By Dave Russell
A pandemic and a rainy, cool 2020 can’t stop Jackson County’s Cadillac.
Customers seeking to cut their own Fraser fir, long recognized as the “Cadillac of Christmas trees,” have plenty of healthy trees to chose from this year.
“From what I’ve been hearing from the farmers, it’s been a pretty good year, even considering the pandemic,” said Katie Ashley, N.C. State horticulture extension agent for Jackson and Swain counties. “For choose-and-cut, there will be innovative plans to keep visitors safe, even including the potential for online ordering and delivery options. The choose-and-cut farmers are working to maintain and establish the highest safety standards possible for visitors, and the wholesalers are doing the same for their farmworkers and other staff.”
The market seems about like last year, with prices good for producers and not so good for customers.
“There is still a shortage of trees, and the majority of growers sell out early in the year,” Ashley said.
The roots of the shortage and resulting price increase go back to about 2000, when larger farms planted too many trees during boom years. By the time those trees were mature enough to harvest, seven to nine years for a Fraser fir, prices plummeted as the national economy bottomed out.
Many growers got out of the business due to the recession of 2008-09.
“We also have worked to put together a video farm tour for Jackson County, as our farm tour was canceled for this year,” Ashley said. “It showcases a few growers and some of the research Extension has going on. It offers insight into our Christmas tree industry and showcases some of our Christmas tree growers in Jackson County.”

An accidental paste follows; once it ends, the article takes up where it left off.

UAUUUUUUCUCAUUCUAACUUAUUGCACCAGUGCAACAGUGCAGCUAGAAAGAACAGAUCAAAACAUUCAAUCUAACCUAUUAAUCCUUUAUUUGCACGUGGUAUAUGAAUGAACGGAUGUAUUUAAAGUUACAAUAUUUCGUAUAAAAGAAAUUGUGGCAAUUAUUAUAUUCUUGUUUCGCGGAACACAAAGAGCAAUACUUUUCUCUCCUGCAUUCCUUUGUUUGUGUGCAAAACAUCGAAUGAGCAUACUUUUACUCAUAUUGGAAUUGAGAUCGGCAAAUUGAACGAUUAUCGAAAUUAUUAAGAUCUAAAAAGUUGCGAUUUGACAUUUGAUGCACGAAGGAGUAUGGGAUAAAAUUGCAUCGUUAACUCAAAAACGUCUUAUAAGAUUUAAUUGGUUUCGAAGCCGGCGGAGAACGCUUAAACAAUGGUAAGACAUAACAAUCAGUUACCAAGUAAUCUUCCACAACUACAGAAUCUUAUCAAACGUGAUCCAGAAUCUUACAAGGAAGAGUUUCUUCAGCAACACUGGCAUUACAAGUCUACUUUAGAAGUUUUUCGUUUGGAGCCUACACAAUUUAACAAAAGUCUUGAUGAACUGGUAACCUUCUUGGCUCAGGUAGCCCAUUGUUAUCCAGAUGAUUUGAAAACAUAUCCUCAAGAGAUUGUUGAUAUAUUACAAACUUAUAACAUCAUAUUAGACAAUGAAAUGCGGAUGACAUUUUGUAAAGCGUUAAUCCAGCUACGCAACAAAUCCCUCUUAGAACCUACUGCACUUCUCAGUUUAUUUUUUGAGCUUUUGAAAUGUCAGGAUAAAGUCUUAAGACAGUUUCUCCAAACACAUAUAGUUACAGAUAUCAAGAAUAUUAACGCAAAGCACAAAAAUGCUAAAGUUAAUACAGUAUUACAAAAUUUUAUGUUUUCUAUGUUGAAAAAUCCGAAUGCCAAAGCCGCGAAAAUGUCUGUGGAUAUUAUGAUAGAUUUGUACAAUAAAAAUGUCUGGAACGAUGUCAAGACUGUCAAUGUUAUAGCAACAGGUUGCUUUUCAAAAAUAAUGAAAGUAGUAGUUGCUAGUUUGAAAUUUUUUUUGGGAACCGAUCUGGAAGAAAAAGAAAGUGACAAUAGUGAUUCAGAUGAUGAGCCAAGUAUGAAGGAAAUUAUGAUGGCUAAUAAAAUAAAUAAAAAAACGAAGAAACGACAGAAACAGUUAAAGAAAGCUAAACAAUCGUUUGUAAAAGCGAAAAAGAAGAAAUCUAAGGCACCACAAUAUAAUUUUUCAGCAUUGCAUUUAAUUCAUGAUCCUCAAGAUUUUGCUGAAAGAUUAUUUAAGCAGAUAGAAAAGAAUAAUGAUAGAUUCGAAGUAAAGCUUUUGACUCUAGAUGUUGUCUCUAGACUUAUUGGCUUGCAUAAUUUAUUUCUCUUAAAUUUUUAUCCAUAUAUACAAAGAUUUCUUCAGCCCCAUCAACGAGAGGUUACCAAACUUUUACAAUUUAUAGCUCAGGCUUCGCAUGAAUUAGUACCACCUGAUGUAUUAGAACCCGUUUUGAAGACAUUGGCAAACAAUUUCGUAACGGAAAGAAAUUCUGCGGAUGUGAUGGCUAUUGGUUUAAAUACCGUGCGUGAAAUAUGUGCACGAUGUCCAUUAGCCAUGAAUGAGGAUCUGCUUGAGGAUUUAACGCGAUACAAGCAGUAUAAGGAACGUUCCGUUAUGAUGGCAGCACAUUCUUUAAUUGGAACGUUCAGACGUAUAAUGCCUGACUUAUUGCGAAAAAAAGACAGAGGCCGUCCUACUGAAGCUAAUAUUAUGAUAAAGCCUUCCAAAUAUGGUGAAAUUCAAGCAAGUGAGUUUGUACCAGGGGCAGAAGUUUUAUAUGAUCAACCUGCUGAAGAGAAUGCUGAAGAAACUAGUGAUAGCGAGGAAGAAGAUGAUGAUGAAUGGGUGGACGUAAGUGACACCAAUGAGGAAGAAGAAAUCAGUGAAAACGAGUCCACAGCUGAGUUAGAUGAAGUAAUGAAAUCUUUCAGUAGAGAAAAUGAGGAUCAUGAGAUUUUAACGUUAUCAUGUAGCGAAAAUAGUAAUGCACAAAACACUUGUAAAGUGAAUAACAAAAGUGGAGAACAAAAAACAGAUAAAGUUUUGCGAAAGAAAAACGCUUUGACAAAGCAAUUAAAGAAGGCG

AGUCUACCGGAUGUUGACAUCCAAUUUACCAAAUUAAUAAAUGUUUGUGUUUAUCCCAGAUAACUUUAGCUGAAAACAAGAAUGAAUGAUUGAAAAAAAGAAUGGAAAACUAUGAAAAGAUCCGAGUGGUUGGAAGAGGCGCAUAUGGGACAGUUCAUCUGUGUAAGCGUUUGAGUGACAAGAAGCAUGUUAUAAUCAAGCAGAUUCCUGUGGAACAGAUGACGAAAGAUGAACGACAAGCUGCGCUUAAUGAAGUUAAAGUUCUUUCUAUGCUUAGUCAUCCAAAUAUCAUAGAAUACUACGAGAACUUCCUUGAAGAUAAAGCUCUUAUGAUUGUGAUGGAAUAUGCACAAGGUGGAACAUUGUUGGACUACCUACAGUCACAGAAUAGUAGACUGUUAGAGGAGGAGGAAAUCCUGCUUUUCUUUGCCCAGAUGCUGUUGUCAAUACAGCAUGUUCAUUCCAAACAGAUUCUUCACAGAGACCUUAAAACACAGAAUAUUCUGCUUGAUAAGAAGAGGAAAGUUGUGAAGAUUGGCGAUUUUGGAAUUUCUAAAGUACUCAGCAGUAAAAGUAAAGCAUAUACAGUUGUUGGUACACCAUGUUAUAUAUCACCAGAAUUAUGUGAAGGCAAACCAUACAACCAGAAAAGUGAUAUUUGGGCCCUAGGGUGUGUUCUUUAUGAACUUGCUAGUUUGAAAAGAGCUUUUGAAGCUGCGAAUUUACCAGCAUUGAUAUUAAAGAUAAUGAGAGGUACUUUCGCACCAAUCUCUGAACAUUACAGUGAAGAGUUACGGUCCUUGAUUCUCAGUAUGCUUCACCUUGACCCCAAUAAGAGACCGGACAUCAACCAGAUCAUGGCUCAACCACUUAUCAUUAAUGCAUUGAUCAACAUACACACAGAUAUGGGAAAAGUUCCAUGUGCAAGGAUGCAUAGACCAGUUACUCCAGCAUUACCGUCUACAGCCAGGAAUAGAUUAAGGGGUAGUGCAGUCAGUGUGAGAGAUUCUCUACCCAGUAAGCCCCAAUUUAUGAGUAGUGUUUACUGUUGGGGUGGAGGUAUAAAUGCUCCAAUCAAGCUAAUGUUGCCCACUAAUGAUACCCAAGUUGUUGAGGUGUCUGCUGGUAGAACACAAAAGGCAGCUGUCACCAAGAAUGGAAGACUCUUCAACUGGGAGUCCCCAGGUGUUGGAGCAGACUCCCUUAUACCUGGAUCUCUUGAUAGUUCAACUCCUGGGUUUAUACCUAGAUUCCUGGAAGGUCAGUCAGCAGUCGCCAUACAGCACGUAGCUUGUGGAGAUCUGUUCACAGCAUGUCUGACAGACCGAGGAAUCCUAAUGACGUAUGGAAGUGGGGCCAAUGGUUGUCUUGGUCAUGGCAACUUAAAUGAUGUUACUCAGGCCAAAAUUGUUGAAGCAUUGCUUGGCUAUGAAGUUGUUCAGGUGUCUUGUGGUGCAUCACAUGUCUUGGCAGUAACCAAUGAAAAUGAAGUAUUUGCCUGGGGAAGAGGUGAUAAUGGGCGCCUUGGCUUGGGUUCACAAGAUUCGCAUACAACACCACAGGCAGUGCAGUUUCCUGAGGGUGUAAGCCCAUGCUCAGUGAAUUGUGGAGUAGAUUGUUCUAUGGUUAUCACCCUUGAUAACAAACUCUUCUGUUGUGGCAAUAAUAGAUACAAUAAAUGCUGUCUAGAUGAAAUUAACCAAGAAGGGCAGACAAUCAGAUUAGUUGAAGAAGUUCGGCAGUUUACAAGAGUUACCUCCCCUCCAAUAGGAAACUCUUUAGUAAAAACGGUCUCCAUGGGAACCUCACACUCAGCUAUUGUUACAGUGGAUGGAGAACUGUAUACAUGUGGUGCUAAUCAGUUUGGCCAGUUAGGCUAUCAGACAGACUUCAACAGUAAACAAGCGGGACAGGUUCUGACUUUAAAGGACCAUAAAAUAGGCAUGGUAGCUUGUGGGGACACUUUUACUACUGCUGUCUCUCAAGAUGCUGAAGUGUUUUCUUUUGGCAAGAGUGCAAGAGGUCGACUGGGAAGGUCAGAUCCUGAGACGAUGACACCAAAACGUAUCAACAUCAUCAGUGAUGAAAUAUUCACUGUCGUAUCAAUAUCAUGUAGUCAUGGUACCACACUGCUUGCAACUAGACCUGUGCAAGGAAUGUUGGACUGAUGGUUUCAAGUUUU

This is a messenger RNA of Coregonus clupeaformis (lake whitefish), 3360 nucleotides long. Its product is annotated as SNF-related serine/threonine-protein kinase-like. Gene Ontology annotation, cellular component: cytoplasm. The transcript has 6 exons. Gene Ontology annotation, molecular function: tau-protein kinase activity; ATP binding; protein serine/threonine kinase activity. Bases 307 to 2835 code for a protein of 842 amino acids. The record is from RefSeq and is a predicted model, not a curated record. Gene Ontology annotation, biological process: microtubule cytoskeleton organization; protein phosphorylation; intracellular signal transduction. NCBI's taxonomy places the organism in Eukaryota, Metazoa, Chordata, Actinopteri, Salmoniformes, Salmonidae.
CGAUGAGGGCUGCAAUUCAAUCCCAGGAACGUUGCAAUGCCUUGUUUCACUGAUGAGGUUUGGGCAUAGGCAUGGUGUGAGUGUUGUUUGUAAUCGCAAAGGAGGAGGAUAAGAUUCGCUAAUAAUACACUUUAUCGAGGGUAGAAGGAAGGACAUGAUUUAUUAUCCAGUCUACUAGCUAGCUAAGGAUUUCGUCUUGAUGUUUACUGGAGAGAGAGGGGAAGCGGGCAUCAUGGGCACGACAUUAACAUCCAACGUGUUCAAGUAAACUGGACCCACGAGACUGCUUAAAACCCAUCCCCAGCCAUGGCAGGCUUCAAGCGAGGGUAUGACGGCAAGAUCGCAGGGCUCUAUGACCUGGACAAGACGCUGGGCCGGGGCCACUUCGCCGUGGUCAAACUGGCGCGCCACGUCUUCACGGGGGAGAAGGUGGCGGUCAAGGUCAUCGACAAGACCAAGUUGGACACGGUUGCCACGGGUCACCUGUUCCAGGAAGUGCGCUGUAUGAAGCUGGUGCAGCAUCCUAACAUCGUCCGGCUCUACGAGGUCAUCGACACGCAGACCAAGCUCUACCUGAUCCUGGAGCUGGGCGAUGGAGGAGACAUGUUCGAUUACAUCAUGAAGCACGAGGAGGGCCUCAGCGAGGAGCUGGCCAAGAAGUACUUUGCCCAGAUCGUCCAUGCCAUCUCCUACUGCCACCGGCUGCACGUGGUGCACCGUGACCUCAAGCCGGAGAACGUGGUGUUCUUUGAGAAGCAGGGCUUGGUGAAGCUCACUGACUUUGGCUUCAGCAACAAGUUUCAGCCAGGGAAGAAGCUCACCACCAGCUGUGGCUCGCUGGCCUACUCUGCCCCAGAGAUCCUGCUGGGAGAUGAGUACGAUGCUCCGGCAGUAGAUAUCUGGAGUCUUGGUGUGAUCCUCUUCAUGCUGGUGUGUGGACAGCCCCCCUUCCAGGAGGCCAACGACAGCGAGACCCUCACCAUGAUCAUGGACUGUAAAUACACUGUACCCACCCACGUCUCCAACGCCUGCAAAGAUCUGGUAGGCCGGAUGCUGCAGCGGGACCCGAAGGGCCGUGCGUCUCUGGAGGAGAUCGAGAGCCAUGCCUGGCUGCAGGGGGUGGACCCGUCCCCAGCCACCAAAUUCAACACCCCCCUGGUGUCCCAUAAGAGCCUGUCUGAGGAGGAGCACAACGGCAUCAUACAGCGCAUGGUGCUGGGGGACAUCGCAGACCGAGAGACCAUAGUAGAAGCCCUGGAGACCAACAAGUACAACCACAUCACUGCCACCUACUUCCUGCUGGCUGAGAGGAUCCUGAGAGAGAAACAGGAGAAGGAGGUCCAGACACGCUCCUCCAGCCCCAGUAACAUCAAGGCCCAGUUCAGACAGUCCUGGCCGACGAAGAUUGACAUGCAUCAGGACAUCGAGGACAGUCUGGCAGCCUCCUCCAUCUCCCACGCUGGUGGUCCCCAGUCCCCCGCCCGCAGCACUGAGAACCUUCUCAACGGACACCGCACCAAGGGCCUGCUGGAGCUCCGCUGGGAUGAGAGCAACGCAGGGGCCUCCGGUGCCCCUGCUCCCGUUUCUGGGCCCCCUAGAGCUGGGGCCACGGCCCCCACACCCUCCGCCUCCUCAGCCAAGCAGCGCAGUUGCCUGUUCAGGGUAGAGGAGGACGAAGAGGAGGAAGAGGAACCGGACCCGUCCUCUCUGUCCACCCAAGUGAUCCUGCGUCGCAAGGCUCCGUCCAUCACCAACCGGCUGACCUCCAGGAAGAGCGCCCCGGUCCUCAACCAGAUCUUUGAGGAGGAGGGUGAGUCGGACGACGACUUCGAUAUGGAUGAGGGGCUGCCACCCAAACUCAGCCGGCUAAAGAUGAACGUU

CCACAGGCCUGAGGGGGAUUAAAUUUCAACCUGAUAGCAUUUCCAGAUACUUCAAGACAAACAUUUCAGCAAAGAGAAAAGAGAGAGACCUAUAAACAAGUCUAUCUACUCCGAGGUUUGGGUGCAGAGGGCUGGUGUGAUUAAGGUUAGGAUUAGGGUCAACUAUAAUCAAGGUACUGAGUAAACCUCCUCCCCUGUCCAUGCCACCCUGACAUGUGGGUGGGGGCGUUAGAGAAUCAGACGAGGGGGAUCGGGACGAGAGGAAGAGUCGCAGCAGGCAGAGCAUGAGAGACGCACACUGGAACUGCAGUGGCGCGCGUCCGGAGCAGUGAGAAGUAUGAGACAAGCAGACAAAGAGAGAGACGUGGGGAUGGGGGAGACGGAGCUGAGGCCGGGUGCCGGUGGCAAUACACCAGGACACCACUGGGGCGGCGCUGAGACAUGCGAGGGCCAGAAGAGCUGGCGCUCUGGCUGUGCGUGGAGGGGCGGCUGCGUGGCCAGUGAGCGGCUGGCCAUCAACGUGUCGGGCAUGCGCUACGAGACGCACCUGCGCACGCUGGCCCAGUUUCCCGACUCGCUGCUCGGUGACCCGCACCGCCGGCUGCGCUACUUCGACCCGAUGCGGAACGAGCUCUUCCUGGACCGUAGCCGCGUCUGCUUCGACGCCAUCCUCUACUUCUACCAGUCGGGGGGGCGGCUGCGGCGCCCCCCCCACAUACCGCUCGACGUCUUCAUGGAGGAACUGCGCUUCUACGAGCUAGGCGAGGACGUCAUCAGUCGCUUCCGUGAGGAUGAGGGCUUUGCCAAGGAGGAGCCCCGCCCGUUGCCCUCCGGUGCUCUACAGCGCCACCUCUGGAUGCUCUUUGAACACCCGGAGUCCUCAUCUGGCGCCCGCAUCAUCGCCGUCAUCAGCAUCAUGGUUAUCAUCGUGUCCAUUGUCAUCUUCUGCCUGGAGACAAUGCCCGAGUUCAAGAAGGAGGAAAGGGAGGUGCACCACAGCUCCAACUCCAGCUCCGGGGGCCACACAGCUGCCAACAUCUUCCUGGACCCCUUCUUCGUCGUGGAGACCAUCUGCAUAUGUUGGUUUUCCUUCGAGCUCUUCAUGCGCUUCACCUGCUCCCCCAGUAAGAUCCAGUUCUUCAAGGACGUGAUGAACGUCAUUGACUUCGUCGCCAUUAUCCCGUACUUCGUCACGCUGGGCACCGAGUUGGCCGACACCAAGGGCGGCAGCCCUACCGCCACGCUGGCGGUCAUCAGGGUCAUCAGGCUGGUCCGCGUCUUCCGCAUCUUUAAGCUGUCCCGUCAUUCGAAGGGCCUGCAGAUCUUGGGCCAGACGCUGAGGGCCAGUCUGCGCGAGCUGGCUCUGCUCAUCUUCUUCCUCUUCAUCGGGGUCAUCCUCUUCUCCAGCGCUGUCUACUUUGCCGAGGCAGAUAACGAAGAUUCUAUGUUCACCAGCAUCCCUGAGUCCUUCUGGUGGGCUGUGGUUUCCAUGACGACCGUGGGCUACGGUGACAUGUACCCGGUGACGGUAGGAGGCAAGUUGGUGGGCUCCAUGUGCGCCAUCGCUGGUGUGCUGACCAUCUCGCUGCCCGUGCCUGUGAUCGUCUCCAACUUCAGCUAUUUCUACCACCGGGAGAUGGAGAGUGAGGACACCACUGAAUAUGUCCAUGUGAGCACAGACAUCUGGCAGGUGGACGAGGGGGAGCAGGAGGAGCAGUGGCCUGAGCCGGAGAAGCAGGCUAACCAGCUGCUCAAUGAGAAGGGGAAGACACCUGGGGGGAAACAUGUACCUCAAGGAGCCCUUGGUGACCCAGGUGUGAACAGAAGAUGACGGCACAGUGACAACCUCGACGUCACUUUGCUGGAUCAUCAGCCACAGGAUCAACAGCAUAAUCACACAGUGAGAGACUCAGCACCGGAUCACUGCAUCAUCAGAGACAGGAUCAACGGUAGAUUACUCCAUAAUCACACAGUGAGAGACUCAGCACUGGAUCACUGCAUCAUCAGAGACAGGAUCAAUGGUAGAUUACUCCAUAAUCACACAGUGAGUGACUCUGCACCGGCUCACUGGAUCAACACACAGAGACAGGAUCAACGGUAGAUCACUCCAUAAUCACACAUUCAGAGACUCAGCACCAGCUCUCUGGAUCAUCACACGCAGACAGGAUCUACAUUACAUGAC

The link to the tour is christmastrees.ces.ncsu.edu/2020-virtual-tour.
Glenville’s Bear Valley Farm, previously Hutch’s Mountain Trees, will have 3,000 to 4,000 trees for choose-and-cut spread over about 65 acres, manager Jerry McAbee said.
“The trees are looking great,” he said. “We’ve had plenty of rainfall over the year. We never had 5-6 inches of rain at one time, it was sort of even over the year. Trees love that kind of weather. They’ve got great color and have put on more growth than I have seen in a long time.”
McAbee anticipates a strong market. The farm’s wholesale operation sold out of trees in the spring, he said.
“With the COVID crisis, well have to manage the choose-and-cut operation as best we can, follow as many of the guidelines as we can,” he said. “We’re putting in extra tractors and wagons to take people out.”
Grandy Mountain Farm & Landscaping plans to have about 1,000 trees for choose and cut, owner Ron Fowler said.
The plethora of rain has not been good for all of his trees, he said.
“The smaller seedlings, especially in areas where drainage is poor, have been affected due to too much water,” he said. “The mortality seemed to be higher in those areas. Our older trees fared OK.”
The market looks good for farmers, he said.
“There is a shortage of Christmas trees, which at this point makes it good for the farmers,” he said.
He has a COVID plan.
“We’ll follow state guidelines and have hand sanitation stations and that kind of thing,” he said.
Tom Sawyer Tree Farm and Elf Village, which offers a more immersive experience for tree shoppers, would adjust its operation as well, owner Tom Sawyer said.
Elf Village will not feature live elves this year, and kids will not sit on Santa’s lap.
“The elves couldn’t get on the plane from the North Pole,” he said.
The farm is expanding weekday hours to encourage folks to come Monday through Friday, he said.
“That way, they can spread out more and run around the farm,” he said.
His trees have grown well and have good color, Sawyer said.
“The trees don’t like drought, and they don’t like too much rain,” he said. “When there was too much water, it dried out quickly, and all the trees look good.”
Sawyer’s wholesale operation has sold out, but he still gets multiple calls a day from buyers, he said.